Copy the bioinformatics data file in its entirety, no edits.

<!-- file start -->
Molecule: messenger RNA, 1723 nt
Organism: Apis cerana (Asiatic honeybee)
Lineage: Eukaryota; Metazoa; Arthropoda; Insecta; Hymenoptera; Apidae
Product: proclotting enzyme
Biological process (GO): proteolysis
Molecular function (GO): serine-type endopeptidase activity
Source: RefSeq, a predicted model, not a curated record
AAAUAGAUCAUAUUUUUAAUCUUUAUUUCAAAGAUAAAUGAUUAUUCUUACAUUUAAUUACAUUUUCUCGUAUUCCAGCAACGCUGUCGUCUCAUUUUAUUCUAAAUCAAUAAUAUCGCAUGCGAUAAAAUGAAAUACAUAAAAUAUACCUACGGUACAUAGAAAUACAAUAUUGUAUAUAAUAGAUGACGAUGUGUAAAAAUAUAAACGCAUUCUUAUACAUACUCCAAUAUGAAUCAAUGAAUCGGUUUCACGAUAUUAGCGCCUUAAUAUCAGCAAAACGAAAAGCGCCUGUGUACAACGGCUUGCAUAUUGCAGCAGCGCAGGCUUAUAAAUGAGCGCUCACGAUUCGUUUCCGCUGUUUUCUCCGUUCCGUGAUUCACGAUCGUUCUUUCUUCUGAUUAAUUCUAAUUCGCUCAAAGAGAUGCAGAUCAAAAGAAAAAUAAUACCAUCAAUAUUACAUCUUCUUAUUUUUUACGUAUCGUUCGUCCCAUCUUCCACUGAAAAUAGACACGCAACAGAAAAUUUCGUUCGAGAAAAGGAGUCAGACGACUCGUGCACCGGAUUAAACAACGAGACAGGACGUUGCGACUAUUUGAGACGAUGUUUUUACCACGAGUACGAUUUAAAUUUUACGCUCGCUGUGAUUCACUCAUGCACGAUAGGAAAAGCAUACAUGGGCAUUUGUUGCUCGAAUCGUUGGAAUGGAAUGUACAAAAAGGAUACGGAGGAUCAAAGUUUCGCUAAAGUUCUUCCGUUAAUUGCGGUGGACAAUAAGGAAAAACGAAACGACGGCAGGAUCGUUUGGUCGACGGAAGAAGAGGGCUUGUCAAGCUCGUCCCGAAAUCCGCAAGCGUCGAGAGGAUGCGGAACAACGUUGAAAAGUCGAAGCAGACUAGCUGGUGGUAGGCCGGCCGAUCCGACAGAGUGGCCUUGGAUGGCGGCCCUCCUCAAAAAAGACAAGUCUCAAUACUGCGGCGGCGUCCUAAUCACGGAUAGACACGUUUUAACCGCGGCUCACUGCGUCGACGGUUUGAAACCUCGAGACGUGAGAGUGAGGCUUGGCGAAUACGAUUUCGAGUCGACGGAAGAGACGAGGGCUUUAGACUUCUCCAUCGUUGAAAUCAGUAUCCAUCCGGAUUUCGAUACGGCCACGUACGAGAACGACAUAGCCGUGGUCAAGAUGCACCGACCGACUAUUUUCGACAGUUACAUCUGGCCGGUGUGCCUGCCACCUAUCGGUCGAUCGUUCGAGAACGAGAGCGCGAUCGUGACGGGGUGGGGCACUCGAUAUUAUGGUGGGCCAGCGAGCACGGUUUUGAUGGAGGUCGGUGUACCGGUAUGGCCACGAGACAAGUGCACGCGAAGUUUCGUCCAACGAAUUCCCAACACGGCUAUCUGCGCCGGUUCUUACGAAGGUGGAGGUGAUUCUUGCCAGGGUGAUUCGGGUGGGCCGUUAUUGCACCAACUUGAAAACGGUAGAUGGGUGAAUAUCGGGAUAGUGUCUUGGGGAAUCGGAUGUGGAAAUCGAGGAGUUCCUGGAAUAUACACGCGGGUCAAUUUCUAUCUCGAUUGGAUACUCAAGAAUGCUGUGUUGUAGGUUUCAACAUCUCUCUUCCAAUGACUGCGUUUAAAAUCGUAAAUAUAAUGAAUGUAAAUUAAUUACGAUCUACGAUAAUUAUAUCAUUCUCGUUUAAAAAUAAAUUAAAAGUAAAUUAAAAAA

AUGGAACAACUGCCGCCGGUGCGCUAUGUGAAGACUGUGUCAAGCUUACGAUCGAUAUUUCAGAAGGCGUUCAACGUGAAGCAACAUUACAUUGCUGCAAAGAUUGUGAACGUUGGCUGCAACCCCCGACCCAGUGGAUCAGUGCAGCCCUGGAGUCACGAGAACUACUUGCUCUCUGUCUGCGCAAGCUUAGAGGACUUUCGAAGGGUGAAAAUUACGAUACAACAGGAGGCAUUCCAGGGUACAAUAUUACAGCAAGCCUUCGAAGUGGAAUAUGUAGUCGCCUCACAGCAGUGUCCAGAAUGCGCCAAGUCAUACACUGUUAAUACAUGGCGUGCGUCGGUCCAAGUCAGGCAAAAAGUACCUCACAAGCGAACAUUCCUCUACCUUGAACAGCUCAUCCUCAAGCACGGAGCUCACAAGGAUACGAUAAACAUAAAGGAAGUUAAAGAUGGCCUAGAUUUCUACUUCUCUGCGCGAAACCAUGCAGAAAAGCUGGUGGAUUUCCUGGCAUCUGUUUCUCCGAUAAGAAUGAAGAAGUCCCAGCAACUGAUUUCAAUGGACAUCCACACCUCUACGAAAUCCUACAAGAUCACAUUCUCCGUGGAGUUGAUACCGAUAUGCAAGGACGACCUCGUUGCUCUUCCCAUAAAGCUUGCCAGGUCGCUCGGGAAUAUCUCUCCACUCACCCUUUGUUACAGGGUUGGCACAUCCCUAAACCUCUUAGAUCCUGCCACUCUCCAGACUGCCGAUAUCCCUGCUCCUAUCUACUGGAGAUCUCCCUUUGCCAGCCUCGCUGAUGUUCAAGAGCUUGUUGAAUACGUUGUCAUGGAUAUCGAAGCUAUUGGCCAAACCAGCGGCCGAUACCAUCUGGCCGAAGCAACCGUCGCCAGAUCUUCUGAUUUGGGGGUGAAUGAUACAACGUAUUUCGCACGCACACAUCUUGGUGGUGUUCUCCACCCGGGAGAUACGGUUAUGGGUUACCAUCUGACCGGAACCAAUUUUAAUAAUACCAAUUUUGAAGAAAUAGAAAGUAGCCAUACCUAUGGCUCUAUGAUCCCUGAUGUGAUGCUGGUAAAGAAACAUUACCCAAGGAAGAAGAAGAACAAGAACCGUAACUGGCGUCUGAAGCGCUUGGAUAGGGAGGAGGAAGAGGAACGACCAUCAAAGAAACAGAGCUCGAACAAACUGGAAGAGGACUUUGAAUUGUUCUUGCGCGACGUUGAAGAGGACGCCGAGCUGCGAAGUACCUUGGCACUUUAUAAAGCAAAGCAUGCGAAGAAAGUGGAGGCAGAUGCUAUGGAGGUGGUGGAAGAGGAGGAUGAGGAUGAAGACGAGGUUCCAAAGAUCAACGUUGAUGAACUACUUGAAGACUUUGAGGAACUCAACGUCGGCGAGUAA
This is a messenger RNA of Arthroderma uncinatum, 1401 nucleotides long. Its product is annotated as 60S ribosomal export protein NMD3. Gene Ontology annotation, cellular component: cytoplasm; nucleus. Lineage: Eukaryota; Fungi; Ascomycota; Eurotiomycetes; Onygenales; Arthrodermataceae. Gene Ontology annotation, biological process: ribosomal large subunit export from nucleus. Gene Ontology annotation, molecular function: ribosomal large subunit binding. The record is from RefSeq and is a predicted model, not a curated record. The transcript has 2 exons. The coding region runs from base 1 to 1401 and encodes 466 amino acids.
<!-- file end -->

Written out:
Molecule: messenger RNA, 1723 nt
Organism: Apis cerana (Asiatic honeybee)
Lineage: Eukaryota; Metazoa; Arthropoda; Insecta; Hymenoptera; Apidae
Product: proclotting enzyme
Biological process (GO): proteolysis
Molecular function (GO): serine-type endopeptidase activity
Source: RefSeq, a predicted model, not a curated record
AAAUAGAUCAUAUUUUUAAUCUUUAUUUCAAAGAUAAAUGAUUAUUCUUACAUUUAAUUACAUUUUCUCGUAUUCCAGCAACGCUGUCGUCUCAUUUUAUUCUAAAUCAAUAAUAUCGCAUGCGAUAAAAUGAAAUACAUAAAAUAUACCUACGGUACAUAGAAAUACAAUAUUGUAUAUAAUAGAUGACGAUGUGUAAAAAUAUAAACGCAUUCUUAUACAUACUCCAAUAUGAAUCAAUGAAUCGGUUUCACGAUAUUAGCGCCUUAAUAUCAGCAAAACGAAAAGCGCCUGUGUACAACGGCUUGCAUAUUGCAGCAGCGCAGGCUUAUAAAUGAGCGCUCACGAUUCGUUUCCGCUGUUUUCUCCGUUCCGUGAUUCACGAUCGUUCUUUCUUCUGAUUAAUUCUAAUUCGCUCAAAGAGAUGCAGAUCAAAAGAAAAAUAAUACCAUCAAUAUUACAUCUUCUUAUUUUUUACGUAUCGUUCGUCCCAUCUUCCACUGAAAAUAGACACGCAACAGAAAAUUUCGUUCGAGAAAAGGAGUCAGACGACUCGUGCACCGGAUUAAACAACGAGACAGGACGUUGCGACUAUUUGAGACGAUGUUUUUACCACGAGUACGAUUUAAAUUUUACGCUCGCUGUGAUUCACUCAUGCACGAUAGGAAAAGCAUACAUGGGCAUUUGUUGCUCGAAUCGUUGGAAUGGAAUGUACAAAAAGGAUACGGAGGAUCAAAGUUUCGCUAAAGUUCUUCCGUUAAUUGCGGUGGACAAUAAGGAAAAACGAAACGACGGCAGGAUCGUUUGGUCGACGGAAGAAGAGGGCUUGUCAAGCUCGUCCCGAAAUCCGCAAGCGUCGAGAGGAUGCGGAACAACGUUGAAAAGUCGAAGCAGACUAGCUGGUGGUAGGCCGGCCGAUCCGACAGAGUGGCCUUGGAUGGCGGCCCUCCUCAAAAAAGACAAGUCUCAAUACUGCGGCGGCGUCCUAAUCACGGAUAGACACGUUUUAACCGCGGCUCACUGCGUCGACGGUUUGAAACCUCGAGACGUGAGAGUGAGGCUUGGCGAAUACGAUUUCGAGUCGACGGAAGAGACGAGGGCUUUAGACUUCUCCAUCGUUGAAAUCAGUAUCCAUCCGGAUUUCGAUACGGCCACGUACGAGAACGACAUAGCCGUGGUCAAGAUGCACCGACCGACUAUUUUCGACAGUUACAUCUGGCCGGUGUGCCUGCCACCUAUCGGUCGAUCGUUCGAGAACGAGAGCGCGAUCGUGACGGGGUGGGGCACUCGAUAUUAUGGUGGGCCAGCGAGCACGGUUUUGAUGGAGGUCGGUGUACCGGUAUGGCCACGAGACAAGUGCACGCGAAGUUUCGUCCAACGAAUUCCCAACACGGCUAUCUGCGCCGGUUCUUACGAAGGUGGAGGUGAUUCUUGCCAGGGUGAUUCGGGUGGGCCGUUAUUGCACCAACUUGAAAACGGUAGAUGGGUGAAUAUCGGGAUAGUGUCUUGGGGAAUCGGAUGUGGAAAUCGAGGAGUUCCUGGAAUAUACACGCGGGUCAAUUUCUAUCUCGAUUGGAUACUCAAGAAUGCUGUGUUGUAGGUUUCAACAUCUCUCUUCCAAUGACUGCGUUUAAAAUCGUAAAUAUAAUGAAUGUAAAUUAAUUACGAUCUACGAUAAUUAUAUCAUUCUCGUUUAAAAAUAAAUUAAAAGUAAAUUAAAAAA

AUGGAACAACUGCCGCCGGUGCGCUAUGUGAAGACUGUGUCAAGCUUACGAUCGAUAUUUCAGAAGGCGUUCAACGUGAAGCAACAUUACAUUGCUGCAAAGAUUGUGAACGUUGGCUGCAACCCCCGACCCAGUGGAUCAGUGCAGCCCUGGAGUCACGAGAACUACUUGCUCUCUGUCUGCGCAAGCUUAGAGGACUUUCGAAGGGUGAAAAUUACGAUACAACAGGAGGCAUUCCAGGGUACAAUAUUACAGCAAGCCUUCGAAGUGGAAUAUGUAGUCGCCUCACAGCAGUGUCCAGAAUGCGCCAAGUCAUACACUGUUAAUACAUGGCGUGCGUCGGUCCAAGUCAGGCAAAAAGUACCUCACAAGCGAACAUUCCUCUACCUUGAACAGCUCAUCCUCAAGCACGGAGCUCACAAGGAUACGAUAAACAUAAAGGAAGUUAAAGAUGGCCUAGAUUUCUACUUCUCUGCGCGAAACCAUGCAGAAAAGCUGGUGGAUUUCCUGGCAUCUGUUUCUCCGAUAAGAAUGAAGAAGUCCCAGCAACUGAUUUCAAUGGACAUCCACACCUCUACGAAAUCCUACAAGAUCACAUUCUCCGUGGAGUUGAUACCGAUAUGCAAGGACGACCUCGUUGCUCUUCCCAUAAAGCUUGCCAGGUCGCUCGGGAAUAUCUCUCCACUCACCCUUUGUUACAGGGUUGGCACAUCCCUAAACCUCUUAGAUCCUGCCACUCUCCAGACUGCCGAUAUCCCUGCUCCUAUCUACUGGAGAUCUCCCUUUGCCAGCCUCGCUGAUGUUCAAGAGCUUGUUGAAUACGUUGUCAUGGAUAUCGAAGCUAUUGGCCAAACCAGCGGCCGAUACCAUCUGGCCGAAGCAACCGUCGCCAGAUCUUCUGAUUUGGGGGUGAAUGAUACAACGUAUUUCGCACGCACACAUCUUGGUGGUGUUCUCCACCCGGGAGAUACGGUUAUGGGUUACCAUCUGACCGGAACCAAUUUUAAUAAUACCAAUUUUGAAGAAAUAGAAAGUAGCCAUACCUAUGGCUCUAUGAUCCCUGAUGUGAUGCUGGUAAAGAAACAUUACCCAAGGAAGAAGAAGAACAAGAACCGUAACUGGCGUCUGAAGCGCUUGGAUAGGGAGGAGGAAGAGGAACGACCAUCAAAGAAACAGAGCUCGAACAAACUGGAAGAGGACUUUGAAUUGUUCUUGCGCGACGUUGAAGAGGACGCCGAGCUGCGAAGUACCUUGGCACUUUAUAAAGCAAAGCAUGCGAAGAAAGUGGAGGCAGAUGCUAUGGAGGUGGUGGAAGAGGAGGAUGAGGAUGAAGACGAGGUUCCAAAGAUCAACGUUGAUGAACUACUUGAAGACUUUGAGGAACUCAACGUCGGCGAGUAA
This is a messenger RNA of Arthroderma uncinatum, 1401 nucleotides long. Its product is annotated as 60S ribosomal export protein NMD3. Gene Ontology annotation, cellular component: cytoplasm; nucleus. Lineage: Eukaryota; Fungi; Ascomycota; Eurotiomycetes; Onygenales; Arthrodermataceae. Gene Ontology annotation, biological process: ribosomal large subunit export from nucleus. Gene Ontology annotation, molecular function: ribosomal large subunit binding. The record is from RefSeq and is a predicted model, not a curated record. The transcript has 2 exons. The coding region runs from base 1 to 1401 and encodes 466 amino acids.